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Washburn Law Journal Blog

We are currently accepting submissions to the Washburn Law Journal Blog. We are seeking responses to regional and statewide legal issues, rulings, and trends. Though preference will be given to regional topics, pieces with a national or international scope may also be accepted.

Submissions should not exceed 1,500 words and citations should be made in-line with no footnotes. For further guidance on formatting, please reference previous posts. Submissions can be sent to journalblog@washburnlaw.edu. In addition to a Word document with the body of the piece, you are welcome to include a picture of yourself, your place of work, title, and a short biography.

Questions can be sent to journalblog@washburnlaw.edu.

Recent Posts

Mail-In Ballots During COVID-19 by Kayla Dieker | May 15, 2020

On April 7, 2020—amidst a global pandemic—Wisconsin held its primary election.  In a time where the CDC has recommended cancelling events for groups of ten or more people,  “[l]ong lines of voters. . . wearing face masks, stretched for blocks through Milwaukee.” Eric Bradner, ‘This is ridiculous’: Wisconsin holds its primary election in the middle of a pandemic, CNN (Apr. 7, 2020), https://www.cnn.com/2020/04/07/politics/wisconsin-primary-coronavirus/index.html.  Wisconsin has not been immune to the COVID -19 pandemic, as of April 10, 2020 there have been 3,068 confirmed positive cases of COVID-19, with 904 hospitalizations and 128 deaths. Outbreaks in Wisconsin, Wisconsin Dept. of Health Services (last revised Apr. 10, 2020), https://www.dhs.wisconsin.gov/outbreaks/index.htm.  This is an increase of almost 500 cases since the April 7th primary election. COVID-19: Wisconsin’s Model, Wisconsin Dept. of Health Services (last updated Apr. 10, 2020), https://www.dhs.wisconsin.gov/covid-19/model.htm.  Wisconsin is the only state with an April election that had not postponed or shifted to mail-in only—though it’s not for lack of trying  Eric Bradner, ‘This is ridiculous’: Wisconsin holds its primary election in the middle of a pandemic,CNN (Apr. 7, 2020), https://www.cnn.com/2020/04/07/politics/wisconsin-primary-coronavirus/index.html.

Photograph: Judge Daniel Coble. Torture, Terrorism, and Torts by Professor Alex Glashausser | November 13, 2019

As first-year law students learn in Torts, one “intends” a result if one either has the purpose of bringing it about or knows with substantial certainty that it will occur. Restatement (Third) of Torts § 1. That is the lesson of Garratt v. Dailey, 279 P.2d 1091 (Wash. 1955). Finding that when 5-year-old Brian Dailey had moved a lawn chair, he had not had the purpose of causing a woman to fall to the ground, the trial court entered judgment for the boy on the woman’s battery claim. But the Supreme Court of Washington, perhaps sensing that the defendant had tricked not only the plaintiff but also the trial judge, remanded the case for a finding of whether the boy had “kn[own] with substantial certainty” that the woman would fall—for if he had, then he would be liable for battery notwithstanding his lack of malevolent purpose.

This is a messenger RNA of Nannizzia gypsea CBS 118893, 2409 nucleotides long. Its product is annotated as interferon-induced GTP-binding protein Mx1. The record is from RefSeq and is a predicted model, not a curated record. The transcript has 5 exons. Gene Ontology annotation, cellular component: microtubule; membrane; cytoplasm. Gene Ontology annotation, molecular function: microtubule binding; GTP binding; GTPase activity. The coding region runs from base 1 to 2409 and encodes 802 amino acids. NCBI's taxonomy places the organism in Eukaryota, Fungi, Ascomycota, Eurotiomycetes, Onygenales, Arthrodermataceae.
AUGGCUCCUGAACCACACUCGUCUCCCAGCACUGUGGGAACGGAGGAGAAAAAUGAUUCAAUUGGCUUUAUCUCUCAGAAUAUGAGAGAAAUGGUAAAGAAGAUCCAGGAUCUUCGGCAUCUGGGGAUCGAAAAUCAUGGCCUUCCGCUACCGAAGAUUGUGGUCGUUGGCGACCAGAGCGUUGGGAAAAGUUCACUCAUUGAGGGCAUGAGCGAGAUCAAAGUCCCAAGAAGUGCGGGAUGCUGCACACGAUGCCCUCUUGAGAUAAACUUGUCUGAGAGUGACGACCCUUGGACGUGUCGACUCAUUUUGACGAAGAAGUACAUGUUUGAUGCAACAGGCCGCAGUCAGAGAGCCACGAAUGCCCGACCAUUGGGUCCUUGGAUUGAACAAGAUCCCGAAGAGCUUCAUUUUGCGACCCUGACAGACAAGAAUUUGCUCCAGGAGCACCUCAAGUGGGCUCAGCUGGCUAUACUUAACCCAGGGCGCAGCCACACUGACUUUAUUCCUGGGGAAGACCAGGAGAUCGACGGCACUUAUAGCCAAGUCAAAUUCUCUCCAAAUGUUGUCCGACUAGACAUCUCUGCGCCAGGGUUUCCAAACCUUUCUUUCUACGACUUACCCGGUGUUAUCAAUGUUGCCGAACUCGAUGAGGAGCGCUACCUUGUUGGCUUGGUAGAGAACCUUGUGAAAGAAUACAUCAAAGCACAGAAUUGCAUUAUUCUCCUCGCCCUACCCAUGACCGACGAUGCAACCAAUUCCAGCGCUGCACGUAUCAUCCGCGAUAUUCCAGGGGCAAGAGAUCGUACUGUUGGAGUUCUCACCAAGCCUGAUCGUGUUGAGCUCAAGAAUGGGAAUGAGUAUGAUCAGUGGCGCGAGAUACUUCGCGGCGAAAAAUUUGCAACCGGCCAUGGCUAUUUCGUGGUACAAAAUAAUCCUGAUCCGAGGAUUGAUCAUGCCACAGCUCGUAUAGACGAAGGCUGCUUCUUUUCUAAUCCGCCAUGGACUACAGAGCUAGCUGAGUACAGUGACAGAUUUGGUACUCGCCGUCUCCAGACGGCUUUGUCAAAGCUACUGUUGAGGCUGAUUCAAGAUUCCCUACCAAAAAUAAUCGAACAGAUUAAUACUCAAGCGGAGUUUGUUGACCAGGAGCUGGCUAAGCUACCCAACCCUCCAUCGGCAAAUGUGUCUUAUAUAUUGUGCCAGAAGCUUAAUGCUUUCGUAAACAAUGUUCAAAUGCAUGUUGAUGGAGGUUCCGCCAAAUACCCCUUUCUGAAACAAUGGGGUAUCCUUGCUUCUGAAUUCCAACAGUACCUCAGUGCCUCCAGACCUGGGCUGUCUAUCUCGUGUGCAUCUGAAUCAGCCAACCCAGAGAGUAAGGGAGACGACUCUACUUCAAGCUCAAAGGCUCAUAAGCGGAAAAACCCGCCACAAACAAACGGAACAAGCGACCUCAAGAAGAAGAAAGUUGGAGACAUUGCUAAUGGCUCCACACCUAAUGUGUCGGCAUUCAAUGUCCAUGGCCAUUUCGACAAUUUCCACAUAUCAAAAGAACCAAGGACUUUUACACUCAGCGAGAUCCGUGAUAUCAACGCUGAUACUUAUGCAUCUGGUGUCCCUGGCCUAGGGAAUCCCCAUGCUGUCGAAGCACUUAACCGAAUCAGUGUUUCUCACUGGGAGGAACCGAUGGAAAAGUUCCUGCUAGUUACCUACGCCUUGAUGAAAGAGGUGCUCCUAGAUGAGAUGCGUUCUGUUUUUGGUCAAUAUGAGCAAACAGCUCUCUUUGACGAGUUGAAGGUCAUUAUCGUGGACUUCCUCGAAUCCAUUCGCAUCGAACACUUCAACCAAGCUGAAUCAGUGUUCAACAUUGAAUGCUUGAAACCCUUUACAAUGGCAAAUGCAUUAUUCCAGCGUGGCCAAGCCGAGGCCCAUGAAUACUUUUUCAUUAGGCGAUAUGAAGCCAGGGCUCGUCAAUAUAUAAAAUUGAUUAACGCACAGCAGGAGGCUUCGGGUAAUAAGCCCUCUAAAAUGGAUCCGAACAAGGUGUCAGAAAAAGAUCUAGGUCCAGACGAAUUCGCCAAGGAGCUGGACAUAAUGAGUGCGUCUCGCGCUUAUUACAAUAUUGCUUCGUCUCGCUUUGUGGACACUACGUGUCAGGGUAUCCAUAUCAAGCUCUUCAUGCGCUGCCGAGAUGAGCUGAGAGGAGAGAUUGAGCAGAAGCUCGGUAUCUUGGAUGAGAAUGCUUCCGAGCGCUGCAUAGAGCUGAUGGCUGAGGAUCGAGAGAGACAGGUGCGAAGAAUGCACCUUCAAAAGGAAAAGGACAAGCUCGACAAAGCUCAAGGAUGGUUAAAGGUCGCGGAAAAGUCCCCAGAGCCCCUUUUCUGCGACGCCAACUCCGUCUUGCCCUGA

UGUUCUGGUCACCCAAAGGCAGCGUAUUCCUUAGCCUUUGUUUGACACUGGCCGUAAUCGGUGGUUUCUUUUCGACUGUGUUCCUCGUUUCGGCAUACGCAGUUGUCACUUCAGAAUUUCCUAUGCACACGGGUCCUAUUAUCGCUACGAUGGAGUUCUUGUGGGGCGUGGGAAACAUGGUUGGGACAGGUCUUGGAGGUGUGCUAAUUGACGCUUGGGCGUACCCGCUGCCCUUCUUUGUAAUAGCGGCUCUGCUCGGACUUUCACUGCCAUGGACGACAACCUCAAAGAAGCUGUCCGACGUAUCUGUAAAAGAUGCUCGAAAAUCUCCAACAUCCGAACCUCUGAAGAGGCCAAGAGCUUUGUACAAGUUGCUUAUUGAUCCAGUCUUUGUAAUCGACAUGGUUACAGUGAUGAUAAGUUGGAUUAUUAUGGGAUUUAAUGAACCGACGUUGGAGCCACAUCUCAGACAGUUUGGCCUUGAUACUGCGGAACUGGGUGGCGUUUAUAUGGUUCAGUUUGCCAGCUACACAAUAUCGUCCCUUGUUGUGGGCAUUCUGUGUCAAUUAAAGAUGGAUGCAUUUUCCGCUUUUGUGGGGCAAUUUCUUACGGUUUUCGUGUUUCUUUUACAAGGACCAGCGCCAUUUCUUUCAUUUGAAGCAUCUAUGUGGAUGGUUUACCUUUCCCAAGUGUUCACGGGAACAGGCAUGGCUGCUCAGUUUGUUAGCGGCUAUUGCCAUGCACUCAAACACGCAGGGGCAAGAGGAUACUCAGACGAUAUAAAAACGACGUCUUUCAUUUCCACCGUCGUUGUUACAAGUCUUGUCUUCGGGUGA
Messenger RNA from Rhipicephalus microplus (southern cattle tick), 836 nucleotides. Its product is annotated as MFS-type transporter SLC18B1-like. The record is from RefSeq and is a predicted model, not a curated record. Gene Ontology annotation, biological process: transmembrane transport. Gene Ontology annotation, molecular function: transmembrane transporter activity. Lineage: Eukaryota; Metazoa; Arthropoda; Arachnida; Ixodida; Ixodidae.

Photograph: Judge Daniel Coble. Warrantless Blood Tests and Unconscious Drivers – What United States v. Mitchell Does (and Doesn’t) Say by Professor Jeffrey Jackson | September 10, 2019
On June 27, 2019, the last day of the term, the Supreme Court handed down its decision in Mitchell v. Wisconsin, __ U.S. ___, No. 18-6210 (June 27, 2019). The case, which addressed a blood draw conducted on an unconscious DUI suspect, was overshadowed by the two other cases handed down that day, one declaring partisan gerrymandering to be a nonjusticiable political question, and another continuing to block the addition of a citizenship question to the 2020 Census. Further, what coverage Mitchell received tended to be misleading, suggesting that the Court’s rule actually went further than it did. However, Mitchell, in which the Court, in a plurality opinion, determined that when a driver is unconscious, cannot be given a breath test, and is required to be taken to a hospital because of his or her condition, the exigent-circumstances doctrine generally permits a blood draw without a warrant, has the potential to be a useful case for law enforcement, prosecutors, defense attorneys and judges dealing with the very specific problem of a DUI suspect who is unconscious or otherwise unable to submit to a breath test.

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Disclaimer

The Washburn Law Journal Blog aims to provide timely content from a variety of viewpoints. We use an abbreviated editing process for Blog posts as compared to the traditional process used for print and online content. The views expressed on the Washburn Law Journal Blog belong to the individual authors alone and should not be construed to be those of the Washburn Law Journal, Washburn University School of Law, individual editors, other authors, or the institutions with which authors are affiliated.